Many more have what many more don’t.

     
  6. 1speed

    The idea of float is true for banks, but it’s not entirely accurate to call insurance a “float” — it doesn’t really behave the same way. Insurance is only profitable for a company in volume. Otherwise, the risk/reward potential tips too far in favor of the insured. If you want to understand the real nature of insurance, check out a niche in that market called “re-insurance”. I worked in that area for a while as an actuarial consultant, and the models are totally different there – much more qualitative because even high probabilty quants carry too much risk given the magnitude of the payouts.

    Anyway, as to gift cards, float doesn’t apply in most cases unless the company is either in a pure service industry (more on that later) or it employs a Just-In-Time (JIT) inventory model, which very few companies do. In fact, for most companies, gift cards work the opposite way: they are ways to ensure at least some recoup on inventory already paid for that will otherwise sit on shelves. In fact, not using them could actually cost the company depending on the industry because there are costs associated with unused inventory. The fact is, most companies have to plan ahead and can’t afford to underestimate inventory needs or else they’ll lose customers, which is why you often see inventory levels higher than you’d reasonably expect them to be. The risk associated with customer loss is higher than the cost of carrying inventory, and that cost can be offset by services that are unrelated to specific inventories, such as gift cards.

    Now, not all of this applies to every kind of company offering gift cards, but the basic idea still holds. For example, in the picture Steve posted, there are AMC theater cards. Think about why AMC would offer a card — they actually need to pre-pay for pretty much everythign relevant to their business, don’t they? They have to build the theater, manintain it, pay for the electricity, air conditioning, and they also have to pay employees and pre-make the refreshments. In their case, a gift card serves an important function way beyond the notion of float — it actually guarantees a key element of their revenue stream. They don’t make more if you don’t use it because the theater has to be ready for you to show up anytime, and that’s where ALL of their costs are. If you show up, it doesn’t get wasted on an empty theater, but if you don’t and you had a gift card, it’s still as if you went from a financial POV.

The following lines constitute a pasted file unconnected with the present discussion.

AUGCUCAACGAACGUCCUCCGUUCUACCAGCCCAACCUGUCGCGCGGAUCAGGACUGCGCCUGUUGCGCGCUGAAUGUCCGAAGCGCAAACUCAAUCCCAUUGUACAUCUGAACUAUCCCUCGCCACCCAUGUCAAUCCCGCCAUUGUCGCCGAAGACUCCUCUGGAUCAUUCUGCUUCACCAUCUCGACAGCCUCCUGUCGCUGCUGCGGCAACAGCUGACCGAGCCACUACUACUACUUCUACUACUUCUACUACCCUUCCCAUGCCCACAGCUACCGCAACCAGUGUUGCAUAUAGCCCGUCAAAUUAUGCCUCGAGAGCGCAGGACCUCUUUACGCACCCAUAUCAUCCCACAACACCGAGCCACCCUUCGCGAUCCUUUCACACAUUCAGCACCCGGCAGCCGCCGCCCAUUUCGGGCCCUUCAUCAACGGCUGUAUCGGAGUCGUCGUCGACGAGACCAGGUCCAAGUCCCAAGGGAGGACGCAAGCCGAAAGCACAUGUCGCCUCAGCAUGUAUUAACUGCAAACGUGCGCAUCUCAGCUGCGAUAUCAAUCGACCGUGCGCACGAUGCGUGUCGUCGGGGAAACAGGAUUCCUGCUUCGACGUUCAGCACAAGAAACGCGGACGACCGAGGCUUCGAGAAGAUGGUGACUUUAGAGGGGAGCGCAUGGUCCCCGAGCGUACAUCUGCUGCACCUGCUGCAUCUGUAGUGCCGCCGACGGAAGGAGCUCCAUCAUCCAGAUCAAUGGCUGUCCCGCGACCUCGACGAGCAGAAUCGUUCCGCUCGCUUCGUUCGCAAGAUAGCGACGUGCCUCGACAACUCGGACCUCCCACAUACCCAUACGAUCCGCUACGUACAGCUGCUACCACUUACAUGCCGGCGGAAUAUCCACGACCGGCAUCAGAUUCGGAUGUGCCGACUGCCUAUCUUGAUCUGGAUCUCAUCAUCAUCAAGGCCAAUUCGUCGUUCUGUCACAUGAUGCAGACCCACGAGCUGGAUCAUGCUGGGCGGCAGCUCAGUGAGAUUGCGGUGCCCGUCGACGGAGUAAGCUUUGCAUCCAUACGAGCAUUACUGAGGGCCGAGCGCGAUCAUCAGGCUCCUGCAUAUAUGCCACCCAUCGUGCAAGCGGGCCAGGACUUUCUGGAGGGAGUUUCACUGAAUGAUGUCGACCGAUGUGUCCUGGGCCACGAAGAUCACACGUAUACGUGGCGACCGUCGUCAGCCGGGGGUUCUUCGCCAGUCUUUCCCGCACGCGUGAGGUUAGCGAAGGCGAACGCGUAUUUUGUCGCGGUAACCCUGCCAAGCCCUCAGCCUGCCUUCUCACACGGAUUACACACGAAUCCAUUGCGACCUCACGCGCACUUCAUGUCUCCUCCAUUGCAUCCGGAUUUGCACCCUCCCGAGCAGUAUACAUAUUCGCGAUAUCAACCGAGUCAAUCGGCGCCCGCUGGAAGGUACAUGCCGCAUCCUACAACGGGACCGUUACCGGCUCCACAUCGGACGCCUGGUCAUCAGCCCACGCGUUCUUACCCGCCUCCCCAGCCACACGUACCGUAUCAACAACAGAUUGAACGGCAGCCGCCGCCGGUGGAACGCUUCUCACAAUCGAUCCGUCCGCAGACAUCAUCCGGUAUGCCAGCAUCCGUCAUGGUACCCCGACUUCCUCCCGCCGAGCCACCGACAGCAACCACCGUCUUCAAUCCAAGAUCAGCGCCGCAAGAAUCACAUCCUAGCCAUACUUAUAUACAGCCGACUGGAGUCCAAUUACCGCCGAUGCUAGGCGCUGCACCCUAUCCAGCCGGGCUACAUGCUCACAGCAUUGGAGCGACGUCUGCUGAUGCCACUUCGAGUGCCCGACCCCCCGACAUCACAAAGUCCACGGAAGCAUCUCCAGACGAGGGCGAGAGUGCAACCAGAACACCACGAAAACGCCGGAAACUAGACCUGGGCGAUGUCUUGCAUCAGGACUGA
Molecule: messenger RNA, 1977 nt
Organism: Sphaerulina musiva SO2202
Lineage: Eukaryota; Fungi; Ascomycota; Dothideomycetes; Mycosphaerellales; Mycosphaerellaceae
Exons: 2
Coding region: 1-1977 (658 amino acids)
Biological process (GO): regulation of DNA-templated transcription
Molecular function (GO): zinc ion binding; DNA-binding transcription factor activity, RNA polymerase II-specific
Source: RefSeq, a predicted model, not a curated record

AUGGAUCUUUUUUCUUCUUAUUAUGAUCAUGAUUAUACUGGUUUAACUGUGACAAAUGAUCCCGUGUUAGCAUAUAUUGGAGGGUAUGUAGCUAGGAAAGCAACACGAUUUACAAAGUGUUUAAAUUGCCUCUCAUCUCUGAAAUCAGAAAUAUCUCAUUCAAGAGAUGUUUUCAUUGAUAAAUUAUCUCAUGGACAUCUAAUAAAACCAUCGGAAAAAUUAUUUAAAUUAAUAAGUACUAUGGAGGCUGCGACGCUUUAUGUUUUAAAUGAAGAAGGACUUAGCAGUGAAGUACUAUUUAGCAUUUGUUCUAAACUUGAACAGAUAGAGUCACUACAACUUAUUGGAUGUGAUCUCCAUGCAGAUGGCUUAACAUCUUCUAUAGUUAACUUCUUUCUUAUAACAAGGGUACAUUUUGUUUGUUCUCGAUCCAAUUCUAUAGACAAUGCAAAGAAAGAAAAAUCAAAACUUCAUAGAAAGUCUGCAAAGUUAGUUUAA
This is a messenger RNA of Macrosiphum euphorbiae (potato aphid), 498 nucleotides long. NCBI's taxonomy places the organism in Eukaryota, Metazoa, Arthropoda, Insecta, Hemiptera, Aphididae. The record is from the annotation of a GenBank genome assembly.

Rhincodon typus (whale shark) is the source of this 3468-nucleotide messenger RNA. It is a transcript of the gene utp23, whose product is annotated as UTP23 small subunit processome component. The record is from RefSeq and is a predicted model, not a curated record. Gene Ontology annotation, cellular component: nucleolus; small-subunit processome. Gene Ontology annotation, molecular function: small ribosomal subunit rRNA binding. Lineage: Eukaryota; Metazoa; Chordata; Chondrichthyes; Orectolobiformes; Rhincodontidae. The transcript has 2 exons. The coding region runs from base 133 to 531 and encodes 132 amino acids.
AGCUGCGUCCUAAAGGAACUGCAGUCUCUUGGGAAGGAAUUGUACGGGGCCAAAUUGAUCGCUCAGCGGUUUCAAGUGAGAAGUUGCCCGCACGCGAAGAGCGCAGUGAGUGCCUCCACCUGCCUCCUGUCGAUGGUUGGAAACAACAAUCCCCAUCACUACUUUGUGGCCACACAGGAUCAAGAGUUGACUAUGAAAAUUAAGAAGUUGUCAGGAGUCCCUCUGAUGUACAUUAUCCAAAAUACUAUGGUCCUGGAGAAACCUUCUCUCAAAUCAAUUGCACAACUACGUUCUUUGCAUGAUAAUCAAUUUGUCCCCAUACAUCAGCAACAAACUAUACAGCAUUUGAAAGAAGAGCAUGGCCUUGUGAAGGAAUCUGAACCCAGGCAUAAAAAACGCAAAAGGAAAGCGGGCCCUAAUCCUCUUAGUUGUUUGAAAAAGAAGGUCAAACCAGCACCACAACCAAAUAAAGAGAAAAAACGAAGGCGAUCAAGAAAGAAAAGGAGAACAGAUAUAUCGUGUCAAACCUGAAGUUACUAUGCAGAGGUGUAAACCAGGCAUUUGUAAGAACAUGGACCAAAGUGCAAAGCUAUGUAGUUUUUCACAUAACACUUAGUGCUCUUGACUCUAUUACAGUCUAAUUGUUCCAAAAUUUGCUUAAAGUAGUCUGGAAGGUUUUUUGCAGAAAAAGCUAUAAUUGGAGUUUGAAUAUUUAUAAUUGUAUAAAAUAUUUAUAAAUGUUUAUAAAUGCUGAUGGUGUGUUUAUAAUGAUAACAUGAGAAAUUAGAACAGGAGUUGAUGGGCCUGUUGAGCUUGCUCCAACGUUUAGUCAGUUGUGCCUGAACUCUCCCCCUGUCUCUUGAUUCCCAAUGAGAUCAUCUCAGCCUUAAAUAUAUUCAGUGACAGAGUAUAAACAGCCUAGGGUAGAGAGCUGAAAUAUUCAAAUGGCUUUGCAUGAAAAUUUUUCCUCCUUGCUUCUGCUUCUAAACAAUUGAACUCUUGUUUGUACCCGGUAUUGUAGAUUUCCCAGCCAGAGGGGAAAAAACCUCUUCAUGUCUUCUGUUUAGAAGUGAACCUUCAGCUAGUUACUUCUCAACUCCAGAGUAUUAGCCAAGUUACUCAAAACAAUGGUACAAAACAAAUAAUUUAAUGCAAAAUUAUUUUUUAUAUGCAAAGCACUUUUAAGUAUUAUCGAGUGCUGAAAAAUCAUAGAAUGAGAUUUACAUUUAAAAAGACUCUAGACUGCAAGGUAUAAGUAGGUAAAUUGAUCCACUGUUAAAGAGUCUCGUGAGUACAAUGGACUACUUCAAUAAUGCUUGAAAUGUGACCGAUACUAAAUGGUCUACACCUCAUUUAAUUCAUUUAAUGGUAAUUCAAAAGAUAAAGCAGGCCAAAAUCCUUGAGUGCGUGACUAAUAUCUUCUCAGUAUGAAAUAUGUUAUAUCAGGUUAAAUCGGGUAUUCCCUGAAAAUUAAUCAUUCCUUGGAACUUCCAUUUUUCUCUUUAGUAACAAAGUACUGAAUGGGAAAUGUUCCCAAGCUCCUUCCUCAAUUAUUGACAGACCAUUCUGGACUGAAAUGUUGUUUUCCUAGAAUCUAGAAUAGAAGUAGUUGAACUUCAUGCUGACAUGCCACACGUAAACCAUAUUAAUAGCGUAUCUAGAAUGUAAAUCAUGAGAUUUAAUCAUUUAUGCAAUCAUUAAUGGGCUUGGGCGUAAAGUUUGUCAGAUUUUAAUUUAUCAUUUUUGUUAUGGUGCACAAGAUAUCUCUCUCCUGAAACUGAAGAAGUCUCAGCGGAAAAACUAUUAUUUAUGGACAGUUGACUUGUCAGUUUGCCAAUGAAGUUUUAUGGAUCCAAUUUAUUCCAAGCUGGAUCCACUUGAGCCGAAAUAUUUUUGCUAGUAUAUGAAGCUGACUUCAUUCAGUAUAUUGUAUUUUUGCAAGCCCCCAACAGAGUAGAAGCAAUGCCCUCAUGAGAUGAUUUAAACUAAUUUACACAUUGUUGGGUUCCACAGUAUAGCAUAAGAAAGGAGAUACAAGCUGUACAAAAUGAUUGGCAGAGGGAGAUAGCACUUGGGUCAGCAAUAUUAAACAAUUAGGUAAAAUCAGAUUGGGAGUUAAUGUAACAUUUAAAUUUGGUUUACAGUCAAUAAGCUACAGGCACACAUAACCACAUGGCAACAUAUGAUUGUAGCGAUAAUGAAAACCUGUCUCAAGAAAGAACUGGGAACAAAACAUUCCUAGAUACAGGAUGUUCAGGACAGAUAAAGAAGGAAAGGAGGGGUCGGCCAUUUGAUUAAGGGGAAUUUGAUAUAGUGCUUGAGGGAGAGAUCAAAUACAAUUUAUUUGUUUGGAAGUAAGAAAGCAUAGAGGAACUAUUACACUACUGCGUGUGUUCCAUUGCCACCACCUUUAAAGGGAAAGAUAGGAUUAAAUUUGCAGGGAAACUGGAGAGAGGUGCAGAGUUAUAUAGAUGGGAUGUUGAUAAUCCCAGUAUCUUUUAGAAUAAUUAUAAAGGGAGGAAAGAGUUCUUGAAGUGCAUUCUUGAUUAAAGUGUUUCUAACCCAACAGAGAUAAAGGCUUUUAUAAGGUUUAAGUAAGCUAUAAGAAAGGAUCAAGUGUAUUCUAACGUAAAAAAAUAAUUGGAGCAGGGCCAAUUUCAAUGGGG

Gift cards are a means by which companies can offset negative elements of their business model. Personally, I don’t mind getting them because to me it’s like found money for when I need something form that store or industry. Cash would work just as well, except some people forget about the cash ina card they receive and essentially take it out of circulation, which isn’t good for anyone. (No kidding — this is a real issue – some peopel even become sentimental about the money they received and never spend it, which is a total waste!) Gift cards at least keep the revenue in play.

     
  7. Ron

    More money is wasted on real gifts than gift cards by a mile. Sorry, somebody has to say it.

     
  8. SB

    I’m anti-gift card. Agree w Steve, the redemption rate is just to slow / low for my own experience. And, if you don’t have time / know someone well enough for a thoughtful gift, why not cash?

     
  9. Jeff Unruh

    Me thinks most people these days are too lazy to pick out a thoughtful gift. These cards are their “easy” button. Just plunk down your debit card and get a card.
    Saw a sign on a pawn shop window the other day that said, “We buy gift cards!” So if you need the cash I’m sure you can get pennies on the dollar for your hockable gift card. So then who buys them in the pawn shop? Ha!

     
  10. Neil Kopitsky

    I’m a little surprised to read all of the hostility towards gift cards on a cycling blog. Maybe I’m the only one has received U.S. Postal Team jerseys from well intentioned friends and family members?
    Folks know I am passionate about cycling, they don’t know how useless a Postal team Jersey is for me.
    They certainly don’t know that what I REALLY want, is a Park Tool torque wrench or that I would get interrogated by my wife when the $50 charge shows up on our AMEX bill.
    Sure, cash is nice, but cash isjust going to be comingled with everything else and end up being spent on the next industrial park crit . . . .
    A gift card, especially something super flexible like an Amazon card, assures that the money is spent on an actual GIFT, while maximizing the value which Joe Bear alluded to.
    My coworkers were kind enough to get me both an Amazon and Atlanta Falcons gift cards for my birthday last week. So if you will excuse me, there is a Park Torque wrench I need to order!